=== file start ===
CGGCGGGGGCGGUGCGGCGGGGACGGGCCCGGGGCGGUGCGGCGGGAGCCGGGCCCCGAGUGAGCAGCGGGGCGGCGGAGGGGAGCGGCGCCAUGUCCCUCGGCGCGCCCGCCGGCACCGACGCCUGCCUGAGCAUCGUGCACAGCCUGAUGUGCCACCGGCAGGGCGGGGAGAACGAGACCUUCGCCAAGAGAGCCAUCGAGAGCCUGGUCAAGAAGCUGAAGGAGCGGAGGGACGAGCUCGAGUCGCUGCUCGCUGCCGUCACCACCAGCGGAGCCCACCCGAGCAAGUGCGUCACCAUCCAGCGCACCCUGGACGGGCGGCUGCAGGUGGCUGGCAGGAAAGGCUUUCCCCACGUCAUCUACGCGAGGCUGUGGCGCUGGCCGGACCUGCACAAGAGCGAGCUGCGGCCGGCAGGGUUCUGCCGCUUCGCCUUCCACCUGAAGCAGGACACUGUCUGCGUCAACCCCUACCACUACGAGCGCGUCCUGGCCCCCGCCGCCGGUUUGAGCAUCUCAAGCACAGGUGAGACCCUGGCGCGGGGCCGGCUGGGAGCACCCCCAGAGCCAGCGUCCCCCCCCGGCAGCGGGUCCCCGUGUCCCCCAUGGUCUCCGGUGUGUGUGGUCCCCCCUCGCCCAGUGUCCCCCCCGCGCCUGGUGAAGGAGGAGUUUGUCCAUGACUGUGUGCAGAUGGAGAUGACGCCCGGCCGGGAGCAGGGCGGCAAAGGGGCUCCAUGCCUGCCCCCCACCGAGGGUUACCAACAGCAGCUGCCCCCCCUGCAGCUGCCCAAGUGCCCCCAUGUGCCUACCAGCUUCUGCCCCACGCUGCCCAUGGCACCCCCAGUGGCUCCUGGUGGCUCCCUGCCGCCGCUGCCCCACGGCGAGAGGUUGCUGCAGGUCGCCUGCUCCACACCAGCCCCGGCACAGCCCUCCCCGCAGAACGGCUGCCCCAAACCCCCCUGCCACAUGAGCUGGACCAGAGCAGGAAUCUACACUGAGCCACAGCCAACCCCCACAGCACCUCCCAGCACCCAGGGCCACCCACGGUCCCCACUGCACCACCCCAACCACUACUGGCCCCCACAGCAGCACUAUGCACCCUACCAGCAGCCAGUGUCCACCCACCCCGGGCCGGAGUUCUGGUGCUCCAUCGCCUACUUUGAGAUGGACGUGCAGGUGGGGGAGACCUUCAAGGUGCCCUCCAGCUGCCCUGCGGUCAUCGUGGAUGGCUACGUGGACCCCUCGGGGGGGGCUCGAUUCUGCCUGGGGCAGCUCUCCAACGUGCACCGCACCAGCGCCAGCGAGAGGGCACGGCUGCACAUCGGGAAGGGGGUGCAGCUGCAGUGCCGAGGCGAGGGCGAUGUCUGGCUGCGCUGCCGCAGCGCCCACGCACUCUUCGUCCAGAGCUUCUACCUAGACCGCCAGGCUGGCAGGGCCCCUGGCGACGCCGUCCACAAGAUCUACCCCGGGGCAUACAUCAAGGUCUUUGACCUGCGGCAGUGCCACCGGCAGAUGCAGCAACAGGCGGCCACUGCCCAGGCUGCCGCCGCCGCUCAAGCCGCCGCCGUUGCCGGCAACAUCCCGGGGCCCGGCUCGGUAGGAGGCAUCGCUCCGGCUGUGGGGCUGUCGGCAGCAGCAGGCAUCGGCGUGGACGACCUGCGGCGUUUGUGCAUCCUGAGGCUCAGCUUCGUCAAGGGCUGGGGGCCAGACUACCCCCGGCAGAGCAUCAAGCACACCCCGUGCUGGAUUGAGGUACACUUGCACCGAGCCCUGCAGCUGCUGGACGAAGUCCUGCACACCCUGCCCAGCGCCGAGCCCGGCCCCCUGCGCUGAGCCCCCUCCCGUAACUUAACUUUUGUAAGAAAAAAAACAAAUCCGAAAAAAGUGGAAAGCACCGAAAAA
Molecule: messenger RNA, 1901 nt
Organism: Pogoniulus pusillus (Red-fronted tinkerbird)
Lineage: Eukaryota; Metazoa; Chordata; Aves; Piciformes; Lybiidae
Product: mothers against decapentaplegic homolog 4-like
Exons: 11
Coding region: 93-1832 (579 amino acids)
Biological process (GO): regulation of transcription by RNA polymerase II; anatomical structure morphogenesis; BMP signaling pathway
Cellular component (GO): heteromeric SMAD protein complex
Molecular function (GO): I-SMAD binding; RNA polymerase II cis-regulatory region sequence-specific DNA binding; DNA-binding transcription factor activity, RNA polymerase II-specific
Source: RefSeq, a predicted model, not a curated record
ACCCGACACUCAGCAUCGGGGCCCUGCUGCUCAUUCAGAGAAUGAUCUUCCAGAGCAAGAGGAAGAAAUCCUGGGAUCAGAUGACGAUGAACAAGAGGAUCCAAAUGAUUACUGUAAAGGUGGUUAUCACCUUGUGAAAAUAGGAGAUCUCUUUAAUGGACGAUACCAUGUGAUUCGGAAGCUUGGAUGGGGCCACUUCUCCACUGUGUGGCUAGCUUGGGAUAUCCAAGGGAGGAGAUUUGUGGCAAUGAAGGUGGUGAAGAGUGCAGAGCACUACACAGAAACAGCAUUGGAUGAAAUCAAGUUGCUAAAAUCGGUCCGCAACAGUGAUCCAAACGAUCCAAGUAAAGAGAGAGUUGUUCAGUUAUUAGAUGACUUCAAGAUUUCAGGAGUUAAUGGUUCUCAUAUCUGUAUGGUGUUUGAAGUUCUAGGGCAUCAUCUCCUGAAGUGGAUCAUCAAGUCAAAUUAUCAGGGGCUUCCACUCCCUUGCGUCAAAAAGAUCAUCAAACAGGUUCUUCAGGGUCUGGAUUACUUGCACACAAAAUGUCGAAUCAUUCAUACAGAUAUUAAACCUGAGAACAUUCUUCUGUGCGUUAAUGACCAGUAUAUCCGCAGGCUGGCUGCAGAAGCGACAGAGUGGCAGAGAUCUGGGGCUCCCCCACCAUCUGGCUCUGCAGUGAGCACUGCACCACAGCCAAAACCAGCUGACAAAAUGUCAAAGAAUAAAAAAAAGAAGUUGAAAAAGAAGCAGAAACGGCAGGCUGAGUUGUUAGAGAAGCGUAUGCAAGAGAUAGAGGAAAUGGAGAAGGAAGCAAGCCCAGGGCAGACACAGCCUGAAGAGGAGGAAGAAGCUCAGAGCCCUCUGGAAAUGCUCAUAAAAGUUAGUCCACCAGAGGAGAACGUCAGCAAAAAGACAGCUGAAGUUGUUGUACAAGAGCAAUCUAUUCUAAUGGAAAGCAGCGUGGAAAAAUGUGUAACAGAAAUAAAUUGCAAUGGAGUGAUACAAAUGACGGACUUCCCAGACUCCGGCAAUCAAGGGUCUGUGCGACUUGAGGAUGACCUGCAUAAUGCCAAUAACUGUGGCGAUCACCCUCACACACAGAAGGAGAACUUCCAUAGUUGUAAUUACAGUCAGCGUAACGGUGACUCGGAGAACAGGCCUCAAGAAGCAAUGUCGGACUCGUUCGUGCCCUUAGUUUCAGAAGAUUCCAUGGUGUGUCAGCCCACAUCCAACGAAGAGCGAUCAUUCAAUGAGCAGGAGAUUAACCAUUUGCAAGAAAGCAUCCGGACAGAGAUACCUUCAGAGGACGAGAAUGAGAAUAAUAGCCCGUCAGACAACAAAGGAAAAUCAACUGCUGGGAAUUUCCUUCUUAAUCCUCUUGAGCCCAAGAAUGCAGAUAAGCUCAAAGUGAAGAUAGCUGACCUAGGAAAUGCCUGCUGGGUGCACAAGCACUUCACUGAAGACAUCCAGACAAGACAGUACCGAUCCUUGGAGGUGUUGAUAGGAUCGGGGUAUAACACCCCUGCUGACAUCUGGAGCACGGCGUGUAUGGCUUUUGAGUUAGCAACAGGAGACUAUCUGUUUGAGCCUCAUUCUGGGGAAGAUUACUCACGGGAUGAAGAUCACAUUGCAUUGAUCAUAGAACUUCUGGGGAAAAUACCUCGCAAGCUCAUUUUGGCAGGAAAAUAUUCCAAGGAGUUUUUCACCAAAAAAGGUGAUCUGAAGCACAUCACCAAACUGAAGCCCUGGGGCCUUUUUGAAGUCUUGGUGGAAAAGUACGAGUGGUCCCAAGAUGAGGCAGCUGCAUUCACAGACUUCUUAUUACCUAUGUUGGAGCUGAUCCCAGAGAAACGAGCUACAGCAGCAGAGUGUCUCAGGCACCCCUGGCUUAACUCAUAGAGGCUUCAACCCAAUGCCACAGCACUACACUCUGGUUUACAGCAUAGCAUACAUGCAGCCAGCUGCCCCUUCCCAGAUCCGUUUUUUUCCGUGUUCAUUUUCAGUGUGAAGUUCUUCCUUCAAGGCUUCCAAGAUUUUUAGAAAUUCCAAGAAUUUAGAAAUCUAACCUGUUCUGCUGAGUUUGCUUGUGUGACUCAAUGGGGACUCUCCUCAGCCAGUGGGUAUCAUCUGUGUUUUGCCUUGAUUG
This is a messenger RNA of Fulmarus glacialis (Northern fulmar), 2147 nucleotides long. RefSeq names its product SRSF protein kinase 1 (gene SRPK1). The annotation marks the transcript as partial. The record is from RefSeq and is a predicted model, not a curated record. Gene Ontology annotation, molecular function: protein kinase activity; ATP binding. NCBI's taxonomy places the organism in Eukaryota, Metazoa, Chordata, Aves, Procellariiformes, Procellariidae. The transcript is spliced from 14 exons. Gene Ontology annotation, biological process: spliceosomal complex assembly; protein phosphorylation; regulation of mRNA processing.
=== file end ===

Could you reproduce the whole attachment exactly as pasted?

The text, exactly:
CGGCGGGGGCGGUGCGGCGGGGACGGGCCCGGGGCGGUGCGGCGGGAGCCGGGCCCCGAGUGAGCAGCGGGGCGGCGGAGGGGAGCGGCGCCAUGUCCCUCGGCGCGCCCGCCGGCACCGACGCCUGCCUGAGCAUCGUGCACAGCCUGAUGUGCCACCGGCAGGGCGGGGAGAACGAGACCUUCGCCAAGAGAGCCAUCGAGAGCCUGGUCAAGAAGCUGAAGGAGCGGAGGGACGAGCUCGAGUCGCUGCUCGCUGCCGUCACCACCAGCGGAGCCCACCCGAGCAAGUGCGUCACCAUCCAGCGCACCCUGGACGGGCGGCUGCAGGUGGCUGGCAGGAAAGGCUUUCCCCACGUCAUCUACGCGAGGCUGUGGCGCUGGCCGGACCUGCACAAGAGCGAGCUGCGGCCGGCAGGGUUCUGCCGCUUCGCCUUCCACCUGAAGCAGGACACUGUCUGCGUCAACCCCUACCACUACGAGCGCGUCCUGGCCCCCGCCGCCGGUUUGAGCAUCUCAAGCACAGGUGAGACCCUGGCGCGGGGCCGGCUGGGAGCACCCCCAGAGCCAGCGUCCCCCCCCGGCAGCGGGUCCCCGUGUCCCCCAUGGUCUCCGGUGUGUGUGGUCCCCCCUCGCCCAGUGUCCCCCCCGCGCCUGGUGAAGGAGGAGUUUGUCCAUGACUGUGUGCAGAUGGAGAUGACGCCCGGCCGGGAGCAGGGCGGCAAAGGGGCUCCAUGCCUGCCCCCCACCGAGGGUUACCAACAGCAGCUGCCCCCCCUGCAGCUGCCCAAGUGCCCCCAUGUGCCUACCAGCUUCUGCCCCACGCUGCCCAUGGCACCCCCAGUGGCUCCUGGUGGCUCCCUGCCGCCGCUGCCCCACGGCGAGAGGUUGCUGCAGGUCGCCUGCUCCACACCAGCCCCGGCACAGCCCUCCCCGCAGAACGGCUGCCCCAAACCCCCCUGCCACAUGAGCUGGACCAGAGCAGGAAUCUACACUGAGCCACAGCCAACCCCCACAGCACCUCCCAGCACCCAGGGCCACCCACGGUCCCCACUGCACCACCCCAACCACUACUGGCCCCCACAGCAGCACUAUGCACCCUACCAGCAGCCAGUGUCCACCCACCCCGGGCCGGAGUUCUGGUGCUCCAUCGCCUACUUUGAGAUGGACGUGCAGGUGGGGGAGACCUUCAAGGUGCCCUCCAGCUGCCCUGCGGUCAUCGUGGAUGGCUACGUGGACCCCUCGGGGGGGGCUCGAUUCUGCCUGGGGCAGCUCUCCAACGUGCACCGCACCAGCGCCAGCGAGAGGGCACGGCUGCACAUCGGGAAGGGGGUGCAGCUGCAGUGCCGAGGCGAGGGCGAUGUCUGGCUGCGCUGCCGCAGCGCCCACGCACUCUUCGUCCAGAGCUUCUACCUAGACCGCCAGGCUGGCAGGGCCCCUGGCGACGCCGUCCACAAGAUCUACCCCGGGGCAUACAUCAAGGUCUUUGACCUGCGGCAGUGCCACCGGCAGAUGCAGCAACAGGCGGCCACUGCCCAGGCUGCCGCCGCCGCUCAAGCCGCCGCCGUUGCCGGCAACAUCCCGGGGCCCGGCUCGGUAGGAGGCAUCGCUCCGGCUGUGGGGCUGUCGGCAGCAGCAGGCAUCGGCGUGGACGACCUGCGGCGUUUGUGCAUCCUGAGGCUCAGCUUCGUCAAGGGCUGGGGGCCAGACUACCCCCGGCAGAGCAUCAAGCACACCCCGUGCUGGAUUGAGGUACACUUGCACCGAGCCCUGCAGCUGCUGGACGAAGUCCUGCACACCCUGCCCAGCGCCGAGCCCGGCCCCCUGCGCUGAGCCCCCUCCCGUAACUUAACUUUUGUAAGAAAAAAAACAAAUCCGAAAAAAGUGGAAAGCACCGAAAAA
Molecule: messenger RNA, 1901 nt
Organism: Pogoniulus pusillus (Red-fronted tinkerbird)
Lineage: Eukaryota; Metazoa; Chordata; Aves; Piciformes; Lybiidae
Product: mothers against decapentaplegic homolog 4-like
Exons: 11
Coding region: 93-1832 (579 amino acids)
Biological process (GO): regulation of transcription by RNA polymerase II; anatomical structure morphogenesis; BMP signaling pathway
Cellular component (GO): heteromeric SMAD protein complex
Molecular function (GO): I-SMAD binding; RNA polymerase II cis-regulatory region sequence-specific DNA binding; DNA-binding transcription factor activity, RNA polymerase II-specific
Source: RefSeq, a predicted model, not a curated record
ACCCGACACUCAGCAUCGGGGCCCUGCUGCUCAUUCAGAGAAUGAUCUUCCAGAGCAAGAGGAAGAAAUCCUGGGAUCAGAUGACGAUGAACAAGAGGAUCCAAAUGAUUACUGUAAAGGUGGUUAUCACCUUGUGAAAAUAGGAGAUCUCUUUAAUGGACGAUACCAUGUGAUUCGGAAGCUUGGAUGGGGCCACUUCUCCACUGUGUGGCUAGCUUGGGAUAUCCAAGGGAGGAGAUUUGUGGCAAUGAAGGUGGUGAAGAGUGCAGAGCACUACACAGAAACAGCAUUGGAUGAAAUCAAGUUGCUAAAAUCGGUCCGCAACAGUGAUCCAAACGAUCCAAGUAAAGAGAGAGUUGUUCAGUUAUUAGAUGACUUCAAGAUUUCAGGAGUUAAUGGUUCUCAUAUCUGUAUGGUGUUUGAAGUUCUAGGGCAUCAUCUCCUGAAGUGGAUCAUCAAGUCAAAUUAUCAGGGGCUUCCACUCCCUUGCGUCAAAAAGAUCAUCAAACAGGUUCUUCAGGGUCUGGAUUACUUGCACACAAAAUGUCGAAUCAUUCAUACAGAUAUUAAACCUGAGAACAUUCUUCUGUGCGUUAAUGACCAGUAUAUCCGCAGGCUGGCUGCAGAAGCGACAGAGUGGCAGAGAUCUGGGGCUCCCCCACCAUCUGGCUCUGCAGUGAGCACUGCACCACAGCCAAAACCAGCUGACAAAAUGUCAAAGAAUAAAAAAAAGAAGUUGAAAAAGAAGCAGAAACGGCAGGCUGAGUUGUUAGAGAAGCGUAUGCAAGAGAUAGAGGAAAUGGAGAAGGAAGCAAGCCCAGGGCAGACACAGCCUGAAGAGGAGGAAGAAGCUCAGAGCCCUCUGGAAAUGCUCAUAAAAGUUAGUCCACCAGAGGAGAACGUCAGCAAAAAGACAGCUGAAGUUGUUGUACAAGAGCAAUCUAUUCUAAUGGAAAGCAGCGUGGAAAAAUGUGUAACAGAAAUAAAUUGCAAUGGAGUGAUACAAAUGACGGACUUCCCAGACUCCGGCAAUCAAGGGUCUGUGCGACUUGAGGAUGACCUGCAUAAUGCCAAUAACUGUGGCGAUCACCCUCACACACAGAAGGAGAACUUCCAUAGUUGUAAUUACAGUCAGCGUAACGGUGACUCGGAGAACAGGCCUCAAGAAGCAAUGUCGGACUCGUUCGUGCCCUUAGUUUCAGAAGAUUCCAUGGUGUGUCAGCCCACAUCCAACGAAGAGCGAUCAUUCAAUGAGCAGGAGAUUAACCAUUUGCAAGAAAGCAUCCGGACAGAGAUACCUUCAGAGGACGAGAAUGAGAAUAAUAGCCCGUCAGACAACAAAGGAAAAUCAACUGCUGGGAAUUUCCUUCUUAAUCCUCUUGAGCCCAAGAAUGCAGAUAAGCUCAAAGUGAAGAUAGCUGACCUAGGAAAUGCCUGCUGGGUGCACAAGCACUUCACUGAAGACAUCCAGACAAGACAGUACCGAUCCUUGGAGGUGUUGAUAGGAUCGGGGUAUAACACCCCUGCUGACAUCUGGAGCACGGCGUGUAUGGCUUUUGAGUUAGCAACAGGAGACUAUCUGUUUGAGCCUCAUUCUGGGGAAGAUUACUCACGGGAUGAAGAUCACAUUGCAUUGAUCAUAGAACUUCUGGGGAAAAUACCUCGCAAGCUCAUUUUGGCAGGAAAAUAUUCCAAGGAGUUUUUCACCAAAAAAGGUGAUCUGAAGCACAUCACCAAACUGAAGCCCUGGGGCCUUUUUGAAGUCUUGGUGGAAAAGUACGAGUGGUCCCAAGAUGAGGCAGCUGCAUUCACAGACUUCUUAUUACCUAUGUUGGAGCUGAUCCCAGAGAAACGAGCUACAGCAGCAGAGUGUCUCAGGCACCCCUGGCUUAACUCAUAGAGGCUUCAACCCAAUGCCACAGCACUACACUCUGGUUUACAGCAUAGCAUACAUGCAGCCAGCUGCCCCUUCCCAGAUCCGUUUUUUUCCGUGUUCAUUUUCAGUGUGAAGUUCUUCCUUCAAGGCUUCCAAGAUUUUUAGAAAUUCCAAGAAUUUAGAAAUCUAACCUGUUCUGCUGAGUUUGCUUGUGUGACUCAAUGGGGACUCUCCUCAGCCAGUGGGUAUCAUCUGUGUUUUGCCUUGAUUG
This is a messenger RNA of Fulmarus glacialis (Northern fulmar), 2147 nucleotides long. RefSeq names its product SRSF protein kinase 1 (gene SRPK1). The annotation marks the transcript as partial. The record is from RefSeq and is a predicted model, not a curated record. Gene Ontology annotation, molecular function: protein kinase activity; ATP binding. NCBI's taxonomy places the organism in Eukaryota, Metazoa, Chordata, Aves, Procellariiformes, Procellariidae. The transcript is spliced from 14 exons. Gene Ontology annotation, biological process: spliceosomal complex assembly; protein phosphorylation; regulation of mRNA processing.